811.20 Defense (M) Portugal/1416: Telegram

The Minister in Portugal ( Norweb ) to the Secretary of State

125. I also discussed wolfram with Dr. Salazar yesterday evening. In view of the situation indicated in the Legation’s 2972, December 11,43 the British Ambassador44 and I agreed that at the same time he should represent the same considerations to the Portuguese Foreign Office as I did to the President of the Council. We both warned the Portuguese authorities of the vital interest the United States and Great Britain had at this stage of the war in denying wolfram to Germany, indicated that there were important instructions in process of being dispatched from Washington and London and requested that no commitments be undertaken with the Germans before our proposals had been given consideration.

Salazar was eloquent and not a little vehement on the subject of wolfram and in summary said:

(1) He would not undertake to refrain from entering into an agreement with the Germans before [garble and apparent omission].

(2) He had had two or three talks with the Germans about wolfram but had not yet concluded a firm commitment.

[Page 87]

(3) He called attention to the fact that the Anglo-American Wolfram Agreement expired on December 31, 1943, and that of Germany not until February 29, 1944; that he had warned Kennan45 early in December that the time had come for action. He added that if the past was any indication of the future, before London and Washington could get together and agree on a practicable set of proposals the time would have arrived when it was necessary to make a new German agreement which could be concluded with the Germans rapidly.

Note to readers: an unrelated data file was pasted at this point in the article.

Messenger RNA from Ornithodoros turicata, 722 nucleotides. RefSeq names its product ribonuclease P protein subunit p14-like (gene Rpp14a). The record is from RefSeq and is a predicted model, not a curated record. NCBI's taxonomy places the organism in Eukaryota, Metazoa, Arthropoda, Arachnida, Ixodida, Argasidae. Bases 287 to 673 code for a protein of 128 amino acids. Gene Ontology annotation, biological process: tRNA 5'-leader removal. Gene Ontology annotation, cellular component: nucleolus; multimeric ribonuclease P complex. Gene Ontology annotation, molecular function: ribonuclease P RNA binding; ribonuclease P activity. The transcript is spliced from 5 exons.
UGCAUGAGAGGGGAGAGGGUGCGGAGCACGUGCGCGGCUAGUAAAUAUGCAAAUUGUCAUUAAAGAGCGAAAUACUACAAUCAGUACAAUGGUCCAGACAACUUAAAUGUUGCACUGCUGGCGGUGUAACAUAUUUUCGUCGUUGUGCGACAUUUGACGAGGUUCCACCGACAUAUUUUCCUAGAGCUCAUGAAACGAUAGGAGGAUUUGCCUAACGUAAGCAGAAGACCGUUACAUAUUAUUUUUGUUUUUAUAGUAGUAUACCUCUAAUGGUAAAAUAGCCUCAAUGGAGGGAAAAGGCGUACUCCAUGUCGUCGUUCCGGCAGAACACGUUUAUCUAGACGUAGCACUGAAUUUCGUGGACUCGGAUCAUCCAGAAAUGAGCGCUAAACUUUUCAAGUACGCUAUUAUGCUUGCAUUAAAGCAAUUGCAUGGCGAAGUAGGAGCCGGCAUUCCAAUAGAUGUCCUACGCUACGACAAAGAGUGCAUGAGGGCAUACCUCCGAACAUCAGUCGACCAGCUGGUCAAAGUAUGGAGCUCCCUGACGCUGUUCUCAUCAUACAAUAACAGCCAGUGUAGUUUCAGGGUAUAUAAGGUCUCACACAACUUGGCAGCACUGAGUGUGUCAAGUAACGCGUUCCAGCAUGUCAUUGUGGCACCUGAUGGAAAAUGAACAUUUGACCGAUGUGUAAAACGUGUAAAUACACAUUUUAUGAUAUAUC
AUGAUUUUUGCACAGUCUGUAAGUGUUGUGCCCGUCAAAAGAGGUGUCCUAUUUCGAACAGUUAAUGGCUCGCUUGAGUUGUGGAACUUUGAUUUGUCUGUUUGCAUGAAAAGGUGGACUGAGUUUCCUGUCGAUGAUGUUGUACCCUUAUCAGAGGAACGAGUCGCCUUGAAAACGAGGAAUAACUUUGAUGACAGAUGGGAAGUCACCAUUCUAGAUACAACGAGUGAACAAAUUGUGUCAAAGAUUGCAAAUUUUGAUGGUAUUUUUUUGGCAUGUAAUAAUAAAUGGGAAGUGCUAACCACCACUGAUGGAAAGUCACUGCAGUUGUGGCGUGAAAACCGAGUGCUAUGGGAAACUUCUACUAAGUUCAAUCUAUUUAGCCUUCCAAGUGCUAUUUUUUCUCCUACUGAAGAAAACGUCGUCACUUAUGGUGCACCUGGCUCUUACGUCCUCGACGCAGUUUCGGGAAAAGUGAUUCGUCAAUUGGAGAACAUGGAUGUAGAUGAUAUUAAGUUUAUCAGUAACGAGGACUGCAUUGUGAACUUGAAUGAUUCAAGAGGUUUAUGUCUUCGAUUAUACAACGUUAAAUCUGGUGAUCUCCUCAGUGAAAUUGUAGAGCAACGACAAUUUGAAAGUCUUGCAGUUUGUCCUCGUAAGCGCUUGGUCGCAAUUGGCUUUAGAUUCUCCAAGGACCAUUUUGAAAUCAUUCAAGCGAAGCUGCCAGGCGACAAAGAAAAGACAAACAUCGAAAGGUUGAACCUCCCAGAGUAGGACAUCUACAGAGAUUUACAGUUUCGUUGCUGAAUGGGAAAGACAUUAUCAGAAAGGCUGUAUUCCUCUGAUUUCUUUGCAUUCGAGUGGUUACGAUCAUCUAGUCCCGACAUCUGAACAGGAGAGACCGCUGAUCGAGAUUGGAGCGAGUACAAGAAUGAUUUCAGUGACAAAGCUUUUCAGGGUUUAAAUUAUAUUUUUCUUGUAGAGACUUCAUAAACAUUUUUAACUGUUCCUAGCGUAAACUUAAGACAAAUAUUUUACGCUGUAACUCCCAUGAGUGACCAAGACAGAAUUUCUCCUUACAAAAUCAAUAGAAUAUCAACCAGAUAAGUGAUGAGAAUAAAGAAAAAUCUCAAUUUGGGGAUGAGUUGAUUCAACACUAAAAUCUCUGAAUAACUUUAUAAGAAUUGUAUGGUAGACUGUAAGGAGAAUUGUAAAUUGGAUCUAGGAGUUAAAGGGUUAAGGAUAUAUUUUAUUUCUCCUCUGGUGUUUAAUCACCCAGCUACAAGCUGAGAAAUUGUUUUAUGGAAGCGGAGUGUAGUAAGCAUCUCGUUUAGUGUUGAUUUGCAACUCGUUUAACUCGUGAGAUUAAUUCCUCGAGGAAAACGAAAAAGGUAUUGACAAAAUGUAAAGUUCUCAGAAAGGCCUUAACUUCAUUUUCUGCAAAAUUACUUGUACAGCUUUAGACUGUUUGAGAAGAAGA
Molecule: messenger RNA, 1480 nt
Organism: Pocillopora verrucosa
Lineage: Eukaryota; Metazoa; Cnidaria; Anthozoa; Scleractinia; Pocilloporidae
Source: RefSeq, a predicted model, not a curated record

(4) He was quite prepared to receive the British Ambassador and me when he had obtained our Government’s proposals which he hoped would be soon and that they would contain a practicable proposition.

Salazar referred to the figures reported in my 3060, December 2246 and said that the production of wolfram in German mines was declining with some rapidity and hinted that it might be possible to discourage somewhat wolfram production. He reviewed at some length the past wolfram negotiations and emphasized forcefully the uselessness and futility of Great Britain on the one hand affirming to the Portuguese Government that it desired Portugal to preserve its neutrality and then on the other hand attempting to deny Portugal the means of maintaining that neutrality by requesting such drastic curtailment of wolfram exports to Germany as would lead to retaliation.

The above of course bears out the point that was made in the Legation’s 71, January 10, and at the same time emphasizes the need for prompt action.

Repeated to London as No. 23.

  1. See footnote 34, p. 84.
  2. Sir Ronald H. Campbell.
  3. George F. Kennan, Counselor of Legation in Portugal, designated Counselor of European Advisory Commission, London, December 1, 1943.
  4. Not printed.